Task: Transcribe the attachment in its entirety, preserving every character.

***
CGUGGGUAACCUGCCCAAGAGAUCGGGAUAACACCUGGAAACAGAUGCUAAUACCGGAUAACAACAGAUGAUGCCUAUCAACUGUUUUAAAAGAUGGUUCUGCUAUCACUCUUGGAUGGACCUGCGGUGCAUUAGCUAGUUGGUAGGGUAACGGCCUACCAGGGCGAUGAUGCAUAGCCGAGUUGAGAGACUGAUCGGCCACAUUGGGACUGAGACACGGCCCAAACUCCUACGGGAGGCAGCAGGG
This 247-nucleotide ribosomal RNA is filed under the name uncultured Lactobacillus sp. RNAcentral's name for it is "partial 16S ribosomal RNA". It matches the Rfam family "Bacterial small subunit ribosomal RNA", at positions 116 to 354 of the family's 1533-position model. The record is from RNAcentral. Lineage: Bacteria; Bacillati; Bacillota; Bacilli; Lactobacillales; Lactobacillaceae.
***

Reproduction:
CGUGGGUAACCUGCCCAAGAGAUCGGGAUAACACCUGGAAACAGAUGCUAAUACCGGAUAACAACAGAUGAUGCCUAUCAACUGUUUUAAAAGAUGGUUCUGCUAUCACUCUUGGAUGGACCUGCGGUGCAUUAGCUAGUUGGUAGGGUAACGGCCUACCAGGGCGAUGAUGCAUAGCCGAGUUGAGAGACUGAUCGGCCACAUUGGGACUGAGACACGGCCCAAACUCCUACGGGAGGCAGCAGGG
This 247-nucleotide ribosomal RNA is filed under the name uncultured Lactobacillus sp. RNAcentral's name for it is "partial 16S ribosomal RNA". It matches the Rfam family "Bacterial small subunit ribosomal RNA", at positions 116 to 354 of the family's 1533-position model. The record is from RNAcentral. Lineage: Bacteria; Bacillati; Bacillota; Bacilli; Lactobacillales; Lactobacillaceae.